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Medical Specializations

Gastro Enterology => Stomach


Stomach, organ of the digestive system. Most animals, like humans, have a single stomach, but birds and ruminants (see Ruminant) have digestive organs composed of two or more chambers. The outer surface of the stomach is smooth; the inner surface is folded into numerous complex ridges, which assist in the mixing of food with digestive juices and channel this material through the stomach into the intestines. Only water, alcohol, and certain drugs seem to be absorbed from the stomach; most food absorption takes place in the small intestine (see Intestine).

In humans the stomach is situated in the upper part of the abdominal cavity (see Abdomen), mostly to the left of the midline. The large, domed end of the stomach, the fundus, lies in the left vault of the diaphragm; the esophagus enters the upper side, or lesser curvature, a short distance below the fundus. The region immediately below the fundus is called the body. The upper part of the stomach, spoken of as the cardiac portion, includes the fundus and body. The lower, or pyloric, portion curves downward, forward, and to the right and includes the antrum and pyloric canal. The latter is continuous with the upper part of the small intestine, the duodenum.

The tissues of the stomach include an outer fibrous coat derived from the peritoneum and, beneath this, a coat of smooth muscle fibers (see Muscle) arranged in diagonal, longitudinal, and circular layers. At the junction of the esophagus and stomach the circular muscles are much enlarged, forming the cardiac sphincter. Contraction of this muscle prevents the passage of esophageal contents into the stomach and the regurgitation of gastric contents into the esophagus. A similar structure, the pyloric sphincter, is found at the junction of the pylorus and the duodenum. Another layer of the stomach, the submucosa, is made up of loose connective tissue in which are found numerous blood and lymph vessels (see Circulatory System) and nerves of the autonomic nervous system. The innermost layer, the mucosa, contains secretory cells. One type secretes hydrochloric acid, which not only neutralizes the alkaline reaction of the saliva (see Salivary Glands), but renders the gastric contents distinctly acid and activates the gastric digestive juices. These juices are secreted by a different type of cell. The enzymes found in gastric juice are pepsin, which in the presence of acid splits proteins to peptones; rennin, which curdles milk; and perhaps lipase, which splits fats to fatty acids and glycerol (see Enzyme). A third type of cell secretes mucus for the protection of the stomach from its own products.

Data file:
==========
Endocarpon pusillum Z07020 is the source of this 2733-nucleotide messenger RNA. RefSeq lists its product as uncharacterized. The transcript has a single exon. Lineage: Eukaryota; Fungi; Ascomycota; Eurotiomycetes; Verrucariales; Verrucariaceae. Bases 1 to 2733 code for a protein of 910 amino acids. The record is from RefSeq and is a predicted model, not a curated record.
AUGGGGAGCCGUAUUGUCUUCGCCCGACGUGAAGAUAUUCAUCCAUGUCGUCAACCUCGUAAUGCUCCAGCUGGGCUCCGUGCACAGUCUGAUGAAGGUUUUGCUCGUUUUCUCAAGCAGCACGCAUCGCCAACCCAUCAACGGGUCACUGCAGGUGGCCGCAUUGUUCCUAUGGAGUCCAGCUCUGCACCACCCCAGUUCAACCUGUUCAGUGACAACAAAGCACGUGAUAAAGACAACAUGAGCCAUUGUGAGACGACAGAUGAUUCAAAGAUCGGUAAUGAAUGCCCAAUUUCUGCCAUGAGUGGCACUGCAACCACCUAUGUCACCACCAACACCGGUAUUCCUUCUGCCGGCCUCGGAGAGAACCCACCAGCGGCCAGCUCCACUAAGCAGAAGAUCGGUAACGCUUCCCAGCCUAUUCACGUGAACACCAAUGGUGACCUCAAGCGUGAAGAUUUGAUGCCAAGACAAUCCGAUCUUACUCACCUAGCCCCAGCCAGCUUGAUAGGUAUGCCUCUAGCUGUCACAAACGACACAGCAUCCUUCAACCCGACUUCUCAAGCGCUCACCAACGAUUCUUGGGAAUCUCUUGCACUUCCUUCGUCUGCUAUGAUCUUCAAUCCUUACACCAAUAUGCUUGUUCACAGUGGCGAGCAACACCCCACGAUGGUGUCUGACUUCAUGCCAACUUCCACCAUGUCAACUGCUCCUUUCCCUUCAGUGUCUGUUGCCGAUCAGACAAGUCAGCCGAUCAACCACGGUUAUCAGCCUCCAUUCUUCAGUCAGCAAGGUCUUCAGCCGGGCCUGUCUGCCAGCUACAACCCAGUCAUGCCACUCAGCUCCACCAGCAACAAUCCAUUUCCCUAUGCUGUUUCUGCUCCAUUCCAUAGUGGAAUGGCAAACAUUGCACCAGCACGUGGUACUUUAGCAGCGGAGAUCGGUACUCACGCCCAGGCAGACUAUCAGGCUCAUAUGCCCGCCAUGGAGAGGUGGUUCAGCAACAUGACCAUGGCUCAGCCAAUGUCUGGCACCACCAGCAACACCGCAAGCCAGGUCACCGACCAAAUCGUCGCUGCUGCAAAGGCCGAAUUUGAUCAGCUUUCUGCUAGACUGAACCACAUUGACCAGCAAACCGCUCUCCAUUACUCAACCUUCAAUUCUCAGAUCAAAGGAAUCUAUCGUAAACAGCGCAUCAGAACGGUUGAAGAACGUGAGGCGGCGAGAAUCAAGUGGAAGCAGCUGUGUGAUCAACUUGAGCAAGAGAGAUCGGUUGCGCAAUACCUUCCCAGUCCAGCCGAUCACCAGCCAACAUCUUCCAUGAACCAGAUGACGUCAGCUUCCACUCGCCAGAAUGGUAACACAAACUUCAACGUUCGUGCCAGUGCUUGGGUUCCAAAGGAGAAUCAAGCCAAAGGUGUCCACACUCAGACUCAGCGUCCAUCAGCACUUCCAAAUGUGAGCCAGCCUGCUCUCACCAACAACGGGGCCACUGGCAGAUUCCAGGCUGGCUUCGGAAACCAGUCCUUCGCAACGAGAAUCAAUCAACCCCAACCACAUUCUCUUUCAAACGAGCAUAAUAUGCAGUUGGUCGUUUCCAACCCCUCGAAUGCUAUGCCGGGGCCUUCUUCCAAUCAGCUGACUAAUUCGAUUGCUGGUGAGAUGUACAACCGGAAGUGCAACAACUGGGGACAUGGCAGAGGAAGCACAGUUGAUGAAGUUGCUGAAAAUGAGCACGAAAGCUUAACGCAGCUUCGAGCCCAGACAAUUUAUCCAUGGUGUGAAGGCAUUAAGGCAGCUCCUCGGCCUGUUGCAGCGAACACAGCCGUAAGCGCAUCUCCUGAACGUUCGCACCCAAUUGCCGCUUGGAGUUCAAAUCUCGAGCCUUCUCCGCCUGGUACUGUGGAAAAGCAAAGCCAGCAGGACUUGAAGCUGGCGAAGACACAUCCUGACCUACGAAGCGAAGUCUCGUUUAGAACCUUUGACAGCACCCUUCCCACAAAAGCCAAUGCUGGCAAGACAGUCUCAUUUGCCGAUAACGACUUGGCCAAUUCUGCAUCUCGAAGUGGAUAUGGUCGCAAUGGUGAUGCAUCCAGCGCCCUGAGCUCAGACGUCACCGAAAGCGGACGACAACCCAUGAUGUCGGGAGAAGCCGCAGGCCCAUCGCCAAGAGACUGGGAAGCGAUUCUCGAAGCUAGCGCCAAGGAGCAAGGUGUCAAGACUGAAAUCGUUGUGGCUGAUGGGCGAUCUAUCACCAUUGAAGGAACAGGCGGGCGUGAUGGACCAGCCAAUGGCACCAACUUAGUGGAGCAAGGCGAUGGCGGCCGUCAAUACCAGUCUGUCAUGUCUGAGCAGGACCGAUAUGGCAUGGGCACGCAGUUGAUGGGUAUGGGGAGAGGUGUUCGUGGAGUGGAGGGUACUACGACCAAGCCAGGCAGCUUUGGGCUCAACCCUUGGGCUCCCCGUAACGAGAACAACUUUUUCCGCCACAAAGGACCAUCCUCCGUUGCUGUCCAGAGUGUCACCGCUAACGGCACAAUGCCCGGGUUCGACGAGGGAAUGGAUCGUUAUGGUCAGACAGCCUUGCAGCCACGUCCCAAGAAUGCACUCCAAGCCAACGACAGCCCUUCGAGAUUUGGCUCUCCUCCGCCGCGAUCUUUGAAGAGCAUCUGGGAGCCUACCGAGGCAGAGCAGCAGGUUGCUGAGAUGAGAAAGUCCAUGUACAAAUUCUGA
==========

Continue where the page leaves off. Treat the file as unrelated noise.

The tissues of the stomach are digestible by the gastric juices, as is mucus. Under normal conditions, however, the mucous coating is renewed more rapidly than it is removed. When a pathological or psychosomatic condition prevents the proper secretion of mucus, the gastric mucosa becomes eroded and an ulcer forms. If neglected, this ulcer may perforate the gastric wall and allow the stomach contents to escape into the abdominal cavity, causing peritonitis.

The introduction into the stomach of meat extracts, cooked grains, and partly digested products of proteins stimulates the flow of gastric juice (see Protein). These agents, which are called secretagogues, cause the formation of a hormone, gastrin, in the pyloric end of the stomach. Gastrin, when absorbed, stimulates the secretory glands. Gastric secretion also may be stimulated by the mere sight or smell of food. This is called cephalic or reflex stimulation.

The walls of the empty stomach are in contact with each other. As food enters the organ, the walls yield and the cavity enlarges without change in intragastric pressure. The cardiac portion of the stomach stores the ingested food. Waves of contraction of the circular muscle, preceded by waves of relaxation (peristalsis), start about midway in the body of the stomach and travel downward, ending just before reaching the pyloric canal. Such waves of contraction, which may occur at a rate of three per minute, macerate and thoroughly mix the food with gastric juice.

The periodic discharge of food from the stomach into the duodenum is caused by the contraction of the muscles in the stomach wall. These muscles are innervated by the cranial vagus nerves, which stimulate contraction of the gastric musculature and allow the sphincter between the stomach and the duodenum to open. Because severing these nerves leads to paralysis lasting only a few days, the stomach, like the heart, must be regarded as an automatic organ. Whether the automaticity is determined in the musculature or in an intrinsic nerve mechanism is unknown. Sympathetic nerve fibers in the splanchnic nerves have opposite effects to the vagal nerves, preventing gastric emptying.
See Nervous System.

Contractions of the empty stomach are known to be associated with hunger pangs in humans. The mechanism of hunger is more complicated than this, however, and is only incidentally related to the stomach.

Many of the symptoms popularly ascribed to diseases of the stomach may be caused by psychosomatic conditions (see Behavioral Medicine), general systemic disease, or diseases of neighboring organs, such as the heart, liver, or kidneys. Abnormal stomach conditions include, in addition to ulcer and cancer, dyspepsia, or gastric indigestion, catarrh, and strictures such as those caused by the scars of healed ulcers (see Indigestion). Ordinary stomach disorders are best treated by allowing the organ to rest, that is, by a one- or two-day fast, followed by a bland or mild diet, with gradual additions until the normal diet is restored. See Gastritis.



Digestive System
Circulatory System
Salivary Glands
Nervous System
Behavioral Medicine